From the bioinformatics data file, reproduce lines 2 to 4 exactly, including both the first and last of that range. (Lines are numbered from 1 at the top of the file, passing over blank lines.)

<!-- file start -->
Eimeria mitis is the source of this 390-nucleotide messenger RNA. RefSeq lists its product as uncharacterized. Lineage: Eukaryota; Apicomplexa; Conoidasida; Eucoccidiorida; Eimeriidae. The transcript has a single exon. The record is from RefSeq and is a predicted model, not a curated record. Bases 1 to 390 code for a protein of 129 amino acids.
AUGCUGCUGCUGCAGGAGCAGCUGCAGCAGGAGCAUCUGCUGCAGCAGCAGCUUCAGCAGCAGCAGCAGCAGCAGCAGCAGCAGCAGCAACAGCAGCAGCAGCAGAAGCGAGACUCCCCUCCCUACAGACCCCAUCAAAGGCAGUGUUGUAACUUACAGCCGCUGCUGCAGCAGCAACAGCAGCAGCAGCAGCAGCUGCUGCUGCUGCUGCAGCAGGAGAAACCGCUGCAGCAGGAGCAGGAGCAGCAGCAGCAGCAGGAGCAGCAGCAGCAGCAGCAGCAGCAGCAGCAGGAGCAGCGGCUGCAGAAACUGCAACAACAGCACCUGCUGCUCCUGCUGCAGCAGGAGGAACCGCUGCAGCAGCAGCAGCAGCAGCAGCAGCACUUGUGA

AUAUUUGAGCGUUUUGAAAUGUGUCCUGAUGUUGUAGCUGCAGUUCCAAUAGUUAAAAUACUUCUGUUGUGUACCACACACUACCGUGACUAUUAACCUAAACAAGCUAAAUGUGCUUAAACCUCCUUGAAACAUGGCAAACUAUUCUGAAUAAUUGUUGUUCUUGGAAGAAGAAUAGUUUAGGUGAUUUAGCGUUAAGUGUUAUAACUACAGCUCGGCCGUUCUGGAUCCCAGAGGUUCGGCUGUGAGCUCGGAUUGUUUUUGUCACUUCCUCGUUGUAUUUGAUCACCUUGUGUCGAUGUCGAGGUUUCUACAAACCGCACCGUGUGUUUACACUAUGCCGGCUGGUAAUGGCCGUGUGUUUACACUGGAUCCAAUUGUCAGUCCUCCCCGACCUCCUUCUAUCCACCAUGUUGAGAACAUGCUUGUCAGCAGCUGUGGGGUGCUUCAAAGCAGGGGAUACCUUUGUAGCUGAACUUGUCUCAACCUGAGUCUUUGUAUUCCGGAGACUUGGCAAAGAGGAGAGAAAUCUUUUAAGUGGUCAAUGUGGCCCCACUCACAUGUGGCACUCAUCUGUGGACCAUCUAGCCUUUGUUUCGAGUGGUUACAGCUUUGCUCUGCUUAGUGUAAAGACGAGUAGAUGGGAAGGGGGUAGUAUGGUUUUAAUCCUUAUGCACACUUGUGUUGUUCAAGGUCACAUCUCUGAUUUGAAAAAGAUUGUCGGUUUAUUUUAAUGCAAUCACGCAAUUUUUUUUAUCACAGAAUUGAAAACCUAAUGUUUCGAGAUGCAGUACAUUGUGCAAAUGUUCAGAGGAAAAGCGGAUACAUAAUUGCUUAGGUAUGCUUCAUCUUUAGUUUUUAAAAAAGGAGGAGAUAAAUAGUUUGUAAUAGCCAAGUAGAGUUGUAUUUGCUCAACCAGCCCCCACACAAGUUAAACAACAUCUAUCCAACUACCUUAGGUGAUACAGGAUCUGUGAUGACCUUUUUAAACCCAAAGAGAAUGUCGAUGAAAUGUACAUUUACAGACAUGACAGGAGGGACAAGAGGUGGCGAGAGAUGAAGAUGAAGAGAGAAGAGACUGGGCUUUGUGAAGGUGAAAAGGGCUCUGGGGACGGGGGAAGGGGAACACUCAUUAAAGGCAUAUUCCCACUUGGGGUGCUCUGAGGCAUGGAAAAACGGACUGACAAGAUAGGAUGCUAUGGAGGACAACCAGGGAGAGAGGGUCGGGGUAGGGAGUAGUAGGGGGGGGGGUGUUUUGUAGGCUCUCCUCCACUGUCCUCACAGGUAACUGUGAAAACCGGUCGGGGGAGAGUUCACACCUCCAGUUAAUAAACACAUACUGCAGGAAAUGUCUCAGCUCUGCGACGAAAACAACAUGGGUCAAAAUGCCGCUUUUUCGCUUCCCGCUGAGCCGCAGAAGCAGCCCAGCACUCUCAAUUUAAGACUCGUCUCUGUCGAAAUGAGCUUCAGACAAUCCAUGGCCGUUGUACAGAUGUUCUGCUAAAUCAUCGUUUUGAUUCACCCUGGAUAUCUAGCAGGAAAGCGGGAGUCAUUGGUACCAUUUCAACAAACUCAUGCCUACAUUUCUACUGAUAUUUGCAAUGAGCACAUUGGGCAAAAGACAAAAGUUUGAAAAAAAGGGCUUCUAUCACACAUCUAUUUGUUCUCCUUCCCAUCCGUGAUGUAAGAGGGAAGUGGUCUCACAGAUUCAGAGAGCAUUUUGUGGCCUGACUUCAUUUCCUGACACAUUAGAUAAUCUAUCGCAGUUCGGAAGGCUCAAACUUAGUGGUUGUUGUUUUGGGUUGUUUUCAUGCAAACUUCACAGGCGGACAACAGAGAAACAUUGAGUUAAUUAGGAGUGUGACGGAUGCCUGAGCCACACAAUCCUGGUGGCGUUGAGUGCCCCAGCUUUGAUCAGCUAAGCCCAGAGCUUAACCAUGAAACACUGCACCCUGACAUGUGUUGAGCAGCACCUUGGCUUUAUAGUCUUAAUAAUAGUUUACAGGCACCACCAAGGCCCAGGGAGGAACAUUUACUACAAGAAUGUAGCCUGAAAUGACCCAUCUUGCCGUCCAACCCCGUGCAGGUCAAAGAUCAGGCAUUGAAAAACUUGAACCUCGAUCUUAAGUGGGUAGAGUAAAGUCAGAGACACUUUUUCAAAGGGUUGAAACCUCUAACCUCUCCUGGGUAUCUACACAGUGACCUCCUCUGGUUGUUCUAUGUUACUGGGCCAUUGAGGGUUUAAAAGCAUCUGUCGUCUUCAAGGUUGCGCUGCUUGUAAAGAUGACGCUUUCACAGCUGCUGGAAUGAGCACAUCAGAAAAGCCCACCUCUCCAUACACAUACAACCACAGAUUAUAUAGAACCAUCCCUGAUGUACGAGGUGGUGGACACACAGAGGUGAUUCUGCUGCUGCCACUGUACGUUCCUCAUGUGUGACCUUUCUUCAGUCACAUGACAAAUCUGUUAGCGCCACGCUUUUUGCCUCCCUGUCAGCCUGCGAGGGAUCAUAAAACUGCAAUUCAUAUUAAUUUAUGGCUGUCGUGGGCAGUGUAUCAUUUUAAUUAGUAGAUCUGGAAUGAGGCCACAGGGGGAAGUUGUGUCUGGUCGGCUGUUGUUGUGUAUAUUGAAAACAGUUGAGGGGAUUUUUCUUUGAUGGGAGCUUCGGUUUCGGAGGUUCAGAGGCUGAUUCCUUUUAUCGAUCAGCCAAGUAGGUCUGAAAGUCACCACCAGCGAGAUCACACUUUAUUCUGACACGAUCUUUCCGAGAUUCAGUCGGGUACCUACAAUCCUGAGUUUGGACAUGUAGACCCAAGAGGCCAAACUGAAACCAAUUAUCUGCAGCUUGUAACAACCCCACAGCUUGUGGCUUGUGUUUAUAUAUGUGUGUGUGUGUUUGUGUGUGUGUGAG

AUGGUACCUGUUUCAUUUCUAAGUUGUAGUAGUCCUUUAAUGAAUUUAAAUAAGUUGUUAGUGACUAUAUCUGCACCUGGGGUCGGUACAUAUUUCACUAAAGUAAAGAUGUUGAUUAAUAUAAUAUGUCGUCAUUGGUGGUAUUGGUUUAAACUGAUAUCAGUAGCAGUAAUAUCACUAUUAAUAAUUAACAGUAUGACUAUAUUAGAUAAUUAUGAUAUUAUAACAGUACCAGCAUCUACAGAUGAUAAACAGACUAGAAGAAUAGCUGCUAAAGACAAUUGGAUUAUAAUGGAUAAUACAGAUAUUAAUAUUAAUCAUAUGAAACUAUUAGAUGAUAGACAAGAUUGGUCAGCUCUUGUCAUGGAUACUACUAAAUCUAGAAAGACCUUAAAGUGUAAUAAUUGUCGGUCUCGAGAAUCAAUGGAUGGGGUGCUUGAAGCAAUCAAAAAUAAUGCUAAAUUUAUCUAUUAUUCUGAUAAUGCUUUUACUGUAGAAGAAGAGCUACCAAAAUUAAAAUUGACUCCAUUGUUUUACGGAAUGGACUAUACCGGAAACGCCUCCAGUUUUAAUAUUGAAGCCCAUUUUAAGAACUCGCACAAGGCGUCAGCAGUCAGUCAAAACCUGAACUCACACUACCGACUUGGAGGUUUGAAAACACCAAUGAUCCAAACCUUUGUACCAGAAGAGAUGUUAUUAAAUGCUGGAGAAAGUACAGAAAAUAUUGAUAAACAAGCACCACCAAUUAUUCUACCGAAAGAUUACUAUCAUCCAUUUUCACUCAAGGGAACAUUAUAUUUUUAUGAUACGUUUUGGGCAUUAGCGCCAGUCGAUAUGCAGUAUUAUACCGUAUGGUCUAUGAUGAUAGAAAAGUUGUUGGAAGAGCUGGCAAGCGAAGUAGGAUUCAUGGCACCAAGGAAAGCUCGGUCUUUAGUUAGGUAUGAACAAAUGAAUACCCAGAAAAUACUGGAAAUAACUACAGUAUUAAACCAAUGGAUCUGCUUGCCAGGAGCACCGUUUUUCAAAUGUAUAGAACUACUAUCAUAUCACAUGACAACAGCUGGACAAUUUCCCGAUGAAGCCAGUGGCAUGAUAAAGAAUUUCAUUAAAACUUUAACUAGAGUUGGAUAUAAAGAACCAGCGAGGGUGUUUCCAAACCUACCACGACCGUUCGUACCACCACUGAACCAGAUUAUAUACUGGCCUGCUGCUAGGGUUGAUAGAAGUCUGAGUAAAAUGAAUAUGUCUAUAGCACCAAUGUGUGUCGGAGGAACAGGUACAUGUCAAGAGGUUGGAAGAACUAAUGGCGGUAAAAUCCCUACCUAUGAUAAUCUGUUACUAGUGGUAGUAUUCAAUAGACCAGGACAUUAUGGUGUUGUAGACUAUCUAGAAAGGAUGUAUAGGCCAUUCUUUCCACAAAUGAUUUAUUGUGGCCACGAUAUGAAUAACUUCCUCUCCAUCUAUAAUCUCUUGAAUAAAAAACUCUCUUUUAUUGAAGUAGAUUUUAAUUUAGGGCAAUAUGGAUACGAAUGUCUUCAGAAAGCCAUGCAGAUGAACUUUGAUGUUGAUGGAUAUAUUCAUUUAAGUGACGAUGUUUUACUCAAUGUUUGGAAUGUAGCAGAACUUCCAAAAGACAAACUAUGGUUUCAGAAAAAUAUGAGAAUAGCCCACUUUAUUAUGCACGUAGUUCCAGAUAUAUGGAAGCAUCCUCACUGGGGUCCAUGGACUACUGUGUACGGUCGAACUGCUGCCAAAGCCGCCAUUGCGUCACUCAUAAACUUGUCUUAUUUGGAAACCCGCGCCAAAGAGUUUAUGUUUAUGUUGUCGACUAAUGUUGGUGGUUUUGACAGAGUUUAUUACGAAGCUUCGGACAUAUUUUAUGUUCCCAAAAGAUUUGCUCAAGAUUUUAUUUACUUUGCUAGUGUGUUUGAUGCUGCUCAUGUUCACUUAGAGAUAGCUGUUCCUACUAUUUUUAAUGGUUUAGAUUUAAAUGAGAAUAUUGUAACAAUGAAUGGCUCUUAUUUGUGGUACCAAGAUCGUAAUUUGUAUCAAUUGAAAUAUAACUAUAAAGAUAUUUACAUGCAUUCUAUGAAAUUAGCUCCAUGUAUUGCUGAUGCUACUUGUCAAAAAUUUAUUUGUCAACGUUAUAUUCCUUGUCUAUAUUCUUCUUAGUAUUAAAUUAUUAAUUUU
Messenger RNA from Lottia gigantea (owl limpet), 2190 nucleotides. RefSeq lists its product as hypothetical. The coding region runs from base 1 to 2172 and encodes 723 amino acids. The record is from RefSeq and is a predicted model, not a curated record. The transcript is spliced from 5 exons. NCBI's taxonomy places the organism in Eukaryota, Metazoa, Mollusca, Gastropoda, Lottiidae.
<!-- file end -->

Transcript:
AUGCUGCUGCUGCAGGAGCAGCUGCAGCAGGAGCAUCUGCUGCAGCAGCAGCUUCAGCAGCAGCAGCAGCAGCAGCAGCAGCAGCAGCAACAGCAGCAGCAGCAGAAGCGAGACUCCCCUCCCUACAGACCCCAUCAAAGGCAGUGUUGUAACUUACAGCCGCUGCUGCAGCAGCAACAGCAGCAGCAGCAGCAGCUGCUGCUGCUGCUGCAGCAGGAGAAACCGCUGCAGCAGGAGCAGGAGCAGCAGCAGCAGCAGGAGCAGCAGCAGCAGCAGCAGCAGCAGCAGCAGGAGCAGCGGCUGCAGAAACUGCAACAACAGCACCUGCUGCUCCUGCUGCAGCAGGAGGAACCGCUGCAGCAGCAGCAGCAGCAGCAGCAGCACUUGUGA

AUAUUUGAGCGUUUUGAAAUGUGUCCUGAUGUUGUAGCUGCAGUUCCAAUAGUUAAAAUACUUCUGUUGUGUACCACACACUACCGUGACUAUUAACCUAAACAAGCUAAAUGUGCUUAAACCUCCUUGAAACAUGGCAAACUAUUCUGAAUAAUUGUUGUUCUUGGAAGAAGAAUAGUUUAGGUGAUUUAGCGUUAAGUGUUAUAACUACAGCUCGGCCGUUCUGGAUCCCAGAGGUUCGGCUGUGAGCUCGGAUUGUUUUUGUCACUUCCUCGUUGUAUUUGAUCACCUUGUGUCGAUGUCGAGGUUUCUACAAACCGCACCGUGUGUUUACACUAUGCCGGCUGGUAAUGGCCGUGUGUUUACACUGGAUCCAAUUGUCAGUCCUCCCCGACCUCCUUCUAUCCACCAUGUUGAGAACAUGCUUGUCAGCAGCUGUGGGGUGCUUCAAAGCAGGGGAUACCUUUGUAGCUGAACUUGUCUCAACCUGAGUCUUUGUAUUCCGGAGACUUGGCAAAGAGGAGAGAAAUCUUUUAAGUGGUCAAUGUGGCCCCACUCACAUGUGGCACUCAUCUGUGGACCAUCUAGCCUUUGUUUCGAGUGGUUACAGCUUUGCUCUGCUUAGUGUAAAGACGAGUAGAUGGGAAGGGGGUAGUAUGGUUUUAAUCCUUAUGCACACUUGUGUUGUUCAAGGUCACAUCUCUGAUUUGAAAAAGAUUGUCGGUUUAUUUUAAUGCAAUCACGCAAUUUUUUUUAUCACAGAAUUGAAAACCUAAUGUUUCGAGAUGCAGUACAUUGUGCAAAUGUUCAGAGGAAAAGCGGAUACAUAAUUGCUUAGGUAUGCUUCAUCUUUAGUUUUUAAAAAAGGAGGAGAUAAAUAGUUUGUAAUAGCCAAGUAGAGUUGUAUUUGCUCAACCAGCCCCCACACAAGUUAAACAACAUCUAUCCAACUACCUUAGGUGAUACAGGAUCUGUGAUGACCUUUUUAAACCCAAAGAGAAUGUCGAUGAAAUGUACAUUUACAGACAUGACAGGAGGGACAAGAGGUGGCGAGAGAUGAAGAUGAAGAGAGAAGAGACUGGGCUUUGUGAAGGUGAAAAGGGCUCUGGGGACGGGGGAAGGGGAACACUCAUUAAAGGCAUAUUCCCACUUGGGGUGCUCUGAGGCAUGGAAAAACGGACUGACAAGAUAGGAUGCUAUGGAGGACAACCAGGGAGAGAGGGUCGGGGUAGGGAGUAGUAGGGGGGGGGGUGUUUUGUAGGCUCUCCUCCACUGUCCUCACAGGUAACUGUGAAAACCGGUCGGGGGAGAGUUCACACCUCCAGUUAAUAAACACAUACUGCAGGAAAUGUCUCAGCUCUGCGACGAAAACAACAUGGGUCAAAAUGCCGCUUUUUCGCUUCCCGCUGAGCCGCAGAAGCAGCCCAGCACUCUCAAUUUAAGACUCGUCUCUGUCGAAAUGAGCUUCAGACAAUCCAUGGCCGUUGUACAGAUGUUCUGCUAAAUCAUCGUUUUGAUUCACCCUGGAUAUCUAGCAGGAAAGCGGGAGUCAUUGGUACCAUUUCAACAAACUCAUGCCUACAUUUCUACUGAUAUUUGCAAUGAGCACAUUGGGCAAAAGACAAAAGUUUGAAAAAAAGGGCUUCUAUCACACAUCUAUUUGUUCUCCUUCCCAUCCGUGAUGUAAGAGGGAAGUGGUCUCACAGAUUCAGAGAGCAUUUUGUGGCCUGACUUCAUUUCCUGACACAUUAGAUAAUCUAUCGCAGUUCGGAAGGCUCAAACUUAGUGGUUGUUGUUUUGGGUUGUUUUCAUGCAAACUUCACAGGCGGACAACAGAGAAACAUUGAGUUAAUUAGGAGUGUGACGGAUGCCUGAGCCACACAAUCCUGGUGGCGUUGAGUGCCCCAGCUUUGAUCAGCUAAGCCCAGAGCUUAACCAUGAAACACUGCACCCUGACAUGUGUUGAGCAGCACCUUGGCUUUAUAGUCUUAAUAAUAGUUUACAGGCACCACCAAGGCCCAGGGAGGAACAUUUACUACAAGAAUGUAGCCUGAAAUGACCCAUCUUGCCGUCCAACCCCGUGCAGGUCAAAGAUCAGGCAUUGAAAAACUUGAACCUCGAUCUUAAGUGGGUAGAGUAAAGUCAGAGACACUUUUUCAAAGGGUUGAAACCUCUAACCUCUCCUGGGUAUCUACACAGUGACCUCCUCUGGUUGUUCUAUGUUACUGGGCCAUUGAGGGUUUAAAAGCAUCUGUCGUCUUCAAGGUUGCGCUGCUUGUAAAGAUGACGCUUUCACAGCUGCUGGAAUGAGCACAUCAGAAAAGCCCACCUCUCCAUACACAUACAACCACAGAUUAUAUAGAACCAUCCCUGAUGUACGAGGUGGUGGACACACAGAGGUGAUUCUGCUGCUGCCACUGUACGUUCCUCAUGUGUGACCUUUCUUCAGUCACAUGACAAAUCUGUUAGCGCCACGCUUUUUGCCUCCCUGUCAGCCUGCGAGGGAUCAUAAAACUGCAAUUCAUAUUAAUUUAUGGCUGUCGUGGGCAGUGUAUCAUUUUAAUUAGUAGAUCUGGAAUGAGGCCACAGGGGGAAGUUGUGUCUGGUCGGCUGUUGUUGUGUAUAUUGAAAACAGUUGAGGGGAUUUUUCUUUGAUGGGAGCUUCGGUUUCGGAGGUUCAGAGGCUGAUUCCUUUUAUCGAUCAGCCAAGUAGGUCUGAAAGUCACCACCAGCGAGAUCACACUUUAUUCUGACACGAUCUUUCCGAGAUUCAGUCGGGUACCUACAAUCCUGAGUUUGGACAUGUAGACCCAAGAGGCCAAACUGAAACCAAUUAUCUGCAGCUUGUAACAACCCCACAGCUUGUGGCUUGUGUUUAUAUAUGUGUGUGUGUGUUUGUGUGUGUGUGAG

AUGGUACCUGUUUCAUUUCUAAGUUGUAGUAGUCCUUUAAUGAAUUUAAAUAAGUUGUUAGUGACUAUAUCUGCACCUGGGGUCGGUACAUAUUUCACUAAAGUAAAGAUGUUGAUUAAUAUAAUAUGUCGUCAUUGGUGGUAUUGGUUUAAACUGAUAUCAGUAGCAGUAAUAUCACUAUUAAUAAUUAACAGUAUGACUAUAUUAGAUAAUUAUGAUAUUAUAACAGUACCAGCAUCUACAGAUGAUAAACAGACUAGAAGAAUAGCUGCUAAAGACAAUUGGAUUAUAAUGGAUAAUACAGAUAUUAAUAUUAAUCAUAUGAAACUAUUAGAUGAUAGACAAGAUUGGUCAGCUCUUGUCAUGGAUACUACUAAAUCUAGAAAGACCUUAAAGUGUAAUAAUUGUCGGUCUCGAGAAUCAAUGGAUGGGGUGCUUGAAGCAAUCAAAAAUAAUGCUAAAUUUAUCUAUUAUUCUGAUAAUGCUUUUACUGUAGAAGAAGAGCUACCAAAAUUAAAAUUGACUCCAUUGUUUUACGGAAUGGACUAUACCGGAAACGCCUCCAGUUUUAAUAUUGAAGCCCAUUUUAAGAACUCGCACAAGGCGUCAGCAGUCAGUCAAAACCUGAACUCACACUACCGACUUGGAGGUUUGAAAACACCAAUGAUCCAAACCUUUGUACCAGAAGAGAUGUUAUUAAAUGCUGGAGAAAGUACAGAAAAUAUUGAUAAACAAGCACCACCAAUUAUUCUACCGAAAGAUUACUAUCAUCCAUUUUCACUCAAGGGAACAUUAUAUUUUUAUGAUACGUUUUGGGCAUUAGCGCCAGUCGAUAUGCAGUAUUAUACCGUAUGGUCUAUGAUGAUAGAAAAGUUGUUGGAAGAGCUGGCAAGCGAAGUAGGAUUCAUGGCACCAAGGAAAGCUCGGUCUUUAGUUAGGUAUGAACAAAUGAAUACCCAGAAAAUACUGGAAAUAACUACAGUAUUAAACCAAUGGAUCUGCUUGCCAGGAGCACCGUUUUUCAAAUGUAUAGAACUACUAUCAUAUCACAUGACAACAGCUGGACAAUUUCCCGAUGAAGCCAGUGGCAUGAUAAAGAAUUUCAUUAAAACUUUAACUAGAGUUGGAUAUAAAGAACCAGCGAGGGUGUUUCCAAACCUACCACGACCGUUCGUACCACCACUGAACCAGAUUAUAUACUGGCCUGCUGCUAGGGUUGAUAGAAGUCUGAGUAAAAUGAAUAUGUCUAUAGCACCAAUGUGUGUCGGAGGAACAGGUACAUGUCAAGAGGUUGGAAGAACUAAUGGCGGUAAAAUCCCUACCUAUGAUAAUCUGUUACUAGUGGUAGUAUUCAAUAGACCAGGACAUUAUGGUGUUGUAGACUAUCUAGAAAGGAUGUAUAGGCCAUUCUUUCCACAAAUGAUUUAUUGUGGCCACGAUAUGAAUAACUUCCUCUCCAUCUAUAAUCUCUUGAAUAAAAAACUCUCUUUUAUUGAAGUAGAUUUUAAUUUAGGGCAAUAUGGAUACGAAUGUCUUCAGAAAGCCAUGCAGAUGAACUUUGAUGUUGAUGGAUAUAUUCAUUUAAGUGACGAUGUUUUACUCAAUGUUUGGAAUGUAGCAGAACUUCCAAAAGACAAACUAUGGUUUCAGAAAAAUAUGAGAAUAGCCCACUUUAUUAUGCACGUAGUUCCAGAUAUAUGGAAGCAUCCUCACUGGGGUCCAUGGACUACUGUGUACGGUCGAACUGCUGCCAAAGCCGCCAUUGCGUCACUCAUAAACUUGUCUUAUUUGGAAACCCGCGCCAAAGAGUUUAUGUUUAUGUUGUCGACUAAUGUUGGUGGUUUUGACAGAGUUUAUUACGAAGCUUCGGACAUAUUUUAUGUUCCCAAAAGAUUUGCUCAAGAUUUUAUUUACUUUGCUAGUGUGUUUGAUGCUGCUCAUGUUCACUUAGAGAUAGCUGUUCCUACUAUUUUUAAUGGUUUAGAUUUAAAUGAGAAUAUUGUAACAAUGAAUGGCUCUUAUUUGUGGUACCAAGAUCGUAAUUUGUAUCAAUUGAAAUAUAACUAUAAAGAUAUUUACAUGCAUUCUAUGAAAUUAGCUCCAUGUAUUGCUGAUGCUACUUGUCAAAAAUUUAUUUGUCAACGUUAUAUUCCUUGUCUAUAUUCUUCUUAGUAUUAAAUUAUUAAUUUU